Confronting coastal challenges

- August 5, 2014

Marine Affairs Program (MAP) members (L-R) Selicia Douglas, Jessica MacIntosh and Mike Reid. (Bruce Bottomley photo)

When they say there’s a lot happening on Canada’s East Coast, they aren’t kidding: across Nova Scotia’s 13,000 km of coastline you’ll find 13 distinct ecosystems, ranging from rocky shorelines to sand dunes to tidal marshes.

This means an abundance of learning opportunities for students in Dal’s Marine Affairs Program (MAP), a graduate program in the Faculty of Science. Mike Reid, who graduated with a Master of Marine Management degree in 2012, along with two other MAP alumni, Selicia Douglas and Jessica MacIntosh just spent several months compiling resources about Nova Scotia’s coasts as part of a project for the provincial government.

“We put together a really interesting collection of examples of literature for stakeholders… homeowners, business owners and so forth,” says Reid, who also currently works as the Coastal Research Network Coordinator with MAP. The materials include pamphlets and online resources that cover a variety of topics — for example, helping landowners address coastal erosion.

This research project and three others so far in 2014 — all exploring specific issues in coastal development — demonstrate the important relationship MAP has with the Government of Nova Scotia, according to Lucia Fanning, professor and prior director of MAP.

The Coastal Research Network Secretariat, for example, was established at MAP in 2009 as a consequence of a promise in the 2008 Speech from the Speech from the Throne that Nova Scotia would develop a coastal strategy. From 2009 to 2012, MAP was integral to helping identify and define Nova Scotia’s  coastal zone and issues confronting the coast, including sea-level rise in an era of climate change.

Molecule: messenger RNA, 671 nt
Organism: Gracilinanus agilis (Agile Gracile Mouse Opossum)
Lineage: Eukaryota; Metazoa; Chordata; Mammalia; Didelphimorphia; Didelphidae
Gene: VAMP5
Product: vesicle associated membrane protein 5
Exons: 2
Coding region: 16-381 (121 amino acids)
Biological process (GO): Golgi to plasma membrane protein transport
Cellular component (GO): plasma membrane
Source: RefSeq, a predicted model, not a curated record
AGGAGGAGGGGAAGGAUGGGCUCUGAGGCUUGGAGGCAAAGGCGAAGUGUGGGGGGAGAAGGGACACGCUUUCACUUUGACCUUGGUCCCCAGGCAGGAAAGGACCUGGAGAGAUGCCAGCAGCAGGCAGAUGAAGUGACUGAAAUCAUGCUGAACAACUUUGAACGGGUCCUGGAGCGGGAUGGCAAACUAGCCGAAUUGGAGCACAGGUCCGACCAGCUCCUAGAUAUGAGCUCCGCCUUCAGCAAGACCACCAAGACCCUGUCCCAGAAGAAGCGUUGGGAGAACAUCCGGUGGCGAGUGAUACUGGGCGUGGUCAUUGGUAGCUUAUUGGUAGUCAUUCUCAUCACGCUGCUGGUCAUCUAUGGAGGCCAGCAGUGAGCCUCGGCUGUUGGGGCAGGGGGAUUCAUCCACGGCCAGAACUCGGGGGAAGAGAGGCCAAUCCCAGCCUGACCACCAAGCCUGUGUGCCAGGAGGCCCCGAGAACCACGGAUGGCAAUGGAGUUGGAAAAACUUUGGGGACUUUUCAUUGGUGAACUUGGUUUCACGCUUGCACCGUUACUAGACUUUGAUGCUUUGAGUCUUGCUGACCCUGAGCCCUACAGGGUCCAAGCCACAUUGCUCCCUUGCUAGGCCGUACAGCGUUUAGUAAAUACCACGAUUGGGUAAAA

But changes in government meant that a proper coastal strategy was never finalized.

“The draft strategy was sent to the Premier’s Office and there it stayed — and understandably so,” says Dr. Fanning, noting that a provincial election loomed.

“If you look at who was in government since 2008 on, we actually have all three political parties forming governments in Nova Scotia so this is really a non-partisan issue that each succeeding government is dealing with.”

The importance of coastal issues


Dr. Fanning is optimistic that the new provincial Liberal government is once again keen to draw on MAP’s expertise. “Clearly coastal issues in Nova Scotia are issues that are not going to go away. And so we were reminding the province that we’re here; we’re ready to take back up our role.”

Another recent research project that the province is interested in, led by Dr. Fanning, looked at the impact of the federal government’s decision in 2008 to divest many of its wharfs on the province’s working waterfronts.

“Some of them have moved from being really completely occupied with fishing to mixed-use activities,” notes Dr. Fanning. “What are the factors that would allow a particular, generally rural, Nova Scotian wharf to move from a single-use wharf to a mixed use wharf? Are there lessons that we could learn from those that have been successful?”